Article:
Daily Archives: June 28, 2010

A Little Fragrance With Your Food

A Little Fragrance With Your Food
By Chris Perrin


There are a million reasons to love candles.  They look nice, they’re elegant, and pyros love them because they’re fire.  Still, the thing we love most about candles is how they smell.  Plug in air fresheners just cannot match the way a candle warms up a room and transforms it through pleasant aromas.  Food can do that, too.

There is an old saying in food: “You eat with your eyes first.”  However, that’s not always true.  When you walk into the kitchen and the smells of baking bread or garlic or cinnamon rolls hits you, you’re eating with your nose first.  The eyes come much, much later.

This is not news to professional chefs, who have been devising ways to turn meals into full sensory experiences for ages.  One of the ways they have been doing this is by serving meals with scented smoke.  It’s a technique that’s been used on shows like Top Chef and Iron Chef, but don’t let that fool you.  Using smells in your own cooking is easy enough to do at home with nothing more than a glass or metal bowl and some plastic wrap.

(Disclaimer: Making smoke is a really cool, unexpected technique that people will love.  It’s also a fire hazard if you’re not careful since we will, after all, be burning things.  Before you try this, have a good kitchen-rated fire extinguisher nearby.  Also, only do this if there is a window you can open lest the smoke detector crash the party.)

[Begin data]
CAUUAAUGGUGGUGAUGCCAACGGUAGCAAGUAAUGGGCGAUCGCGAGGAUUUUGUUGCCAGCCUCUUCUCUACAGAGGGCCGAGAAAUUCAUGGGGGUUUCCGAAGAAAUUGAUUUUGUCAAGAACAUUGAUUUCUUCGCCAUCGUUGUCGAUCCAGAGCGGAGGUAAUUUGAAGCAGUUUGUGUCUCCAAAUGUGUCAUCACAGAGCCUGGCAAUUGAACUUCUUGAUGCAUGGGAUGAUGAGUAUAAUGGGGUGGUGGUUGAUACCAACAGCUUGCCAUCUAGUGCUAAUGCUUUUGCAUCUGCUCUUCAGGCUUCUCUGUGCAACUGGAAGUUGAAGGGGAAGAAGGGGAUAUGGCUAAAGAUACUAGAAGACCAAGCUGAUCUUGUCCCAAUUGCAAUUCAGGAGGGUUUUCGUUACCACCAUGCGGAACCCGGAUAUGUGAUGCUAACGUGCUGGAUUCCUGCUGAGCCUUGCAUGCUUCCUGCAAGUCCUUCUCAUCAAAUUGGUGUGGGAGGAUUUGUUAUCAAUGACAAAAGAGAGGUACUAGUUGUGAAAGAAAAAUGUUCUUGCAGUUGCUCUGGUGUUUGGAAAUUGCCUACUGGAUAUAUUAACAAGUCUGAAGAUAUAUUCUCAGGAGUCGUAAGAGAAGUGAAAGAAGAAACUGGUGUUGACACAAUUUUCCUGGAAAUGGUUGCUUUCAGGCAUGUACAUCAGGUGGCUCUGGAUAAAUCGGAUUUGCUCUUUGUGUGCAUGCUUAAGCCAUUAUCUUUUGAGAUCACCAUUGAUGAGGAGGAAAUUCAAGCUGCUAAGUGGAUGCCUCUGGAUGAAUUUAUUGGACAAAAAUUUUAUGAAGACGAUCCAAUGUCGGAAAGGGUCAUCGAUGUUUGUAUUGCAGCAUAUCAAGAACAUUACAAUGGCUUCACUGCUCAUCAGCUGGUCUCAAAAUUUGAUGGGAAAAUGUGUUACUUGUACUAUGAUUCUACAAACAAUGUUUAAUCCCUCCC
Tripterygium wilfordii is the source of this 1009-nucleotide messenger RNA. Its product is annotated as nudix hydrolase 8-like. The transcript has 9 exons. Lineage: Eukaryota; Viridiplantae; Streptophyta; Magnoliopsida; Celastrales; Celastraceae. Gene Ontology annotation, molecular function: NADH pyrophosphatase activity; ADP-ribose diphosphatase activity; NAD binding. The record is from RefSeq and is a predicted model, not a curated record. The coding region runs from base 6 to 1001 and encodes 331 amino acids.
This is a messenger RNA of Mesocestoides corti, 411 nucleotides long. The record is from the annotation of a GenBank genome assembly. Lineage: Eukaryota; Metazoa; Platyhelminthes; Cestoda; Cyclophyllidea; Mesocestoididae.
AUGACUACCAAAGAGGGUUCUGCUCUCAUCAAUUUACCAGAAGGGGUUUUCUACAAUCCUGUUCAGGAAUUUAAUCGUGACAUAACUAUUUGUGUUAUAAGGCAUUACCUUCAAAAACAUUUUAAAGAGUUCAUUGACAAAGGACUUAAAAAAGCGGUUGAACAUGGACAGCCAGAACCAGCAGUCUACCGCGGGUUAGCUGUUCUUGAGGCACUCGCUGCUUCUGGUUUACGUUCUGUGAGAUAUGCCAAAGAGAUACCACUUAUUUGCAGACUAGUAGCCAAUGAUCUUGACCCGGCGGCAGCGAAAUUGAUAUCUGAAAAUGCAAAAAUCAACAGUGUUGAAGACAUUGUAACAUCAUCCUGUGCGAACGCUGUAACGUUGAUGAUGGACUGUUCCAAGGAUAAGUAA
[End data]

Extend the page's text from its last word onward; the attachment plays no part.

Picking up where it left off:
The Basic Technique

This is going to be simple.  All you need to do is get some type of food to smolder, lay it in a bowl and cover the bowl with plastic wrap.  The smoke will waft from up from the smoldering item and get trapped in the bowl.  All you need to do is set the bowl down in front of your diners, puncture the wrap and enjoy the aroma as you eat.

As a variation, you can use individual non-flammable (stress non-flammable) trays that have lids for each guest.  Put the meal on the tray, then get individual items smoldering and drop them in glasses in each tray.  Cover and the smoke will get trapped until diners remove the lid.

Okay, So What Should We Use for Smoke?

Good question.   There are two things to consider when deciding what to smoke.  The first is what will actually produce the smoke.  Your best bet is to use either wood chips (hickory, mesquite, apple wood, etc.), nut shells (pecans, walnuts), or some herb branches (rosemary or thyme branches work well.)  Things like citrus peels can work, but they take a lot of effort to get to light and they don’t often smolder, they usually catch fire.

The other thing to consider is pairing the smoldering item to the food being served.  You want to add a complimentary ambiance, not an entirely new element to the meal.  If your dish has rosemary, burn rosemary.  If it was cooked on a cedar plank, use cedar.

At the very least, try to match the feel of the dish to the odor.  For instance, rosemary and thyme work very well for earthy dishes like steaks or mushrooms.  Apple wood would do very well for pork chops because it has a sweeter aroma.  Play around with it and see what combinations work well for you.

There is also a third consideration.  You can save yourself some extra expensive in ingredients if you have food-scented candles.  For instance, serve blueberry cobbler with a blueberry candle or ice cream with a vanilla candle.  If you use candles, you can choose to trap the smoke in a bowl or tray or not.

Whichever way you choose and whichever scent you use, enjoy playing with scents and your food.  It’s a fun way to turn meals into a full sensory experience of your own.

Chris Perrin

Check out Blog Well Done today to get tips great tips on things like vegetarian options, $7.00 dinner challenge and cooking with your kids.  I think Chris is a culinary genius and I know you will love his recipes and sense of humor as much as I do!

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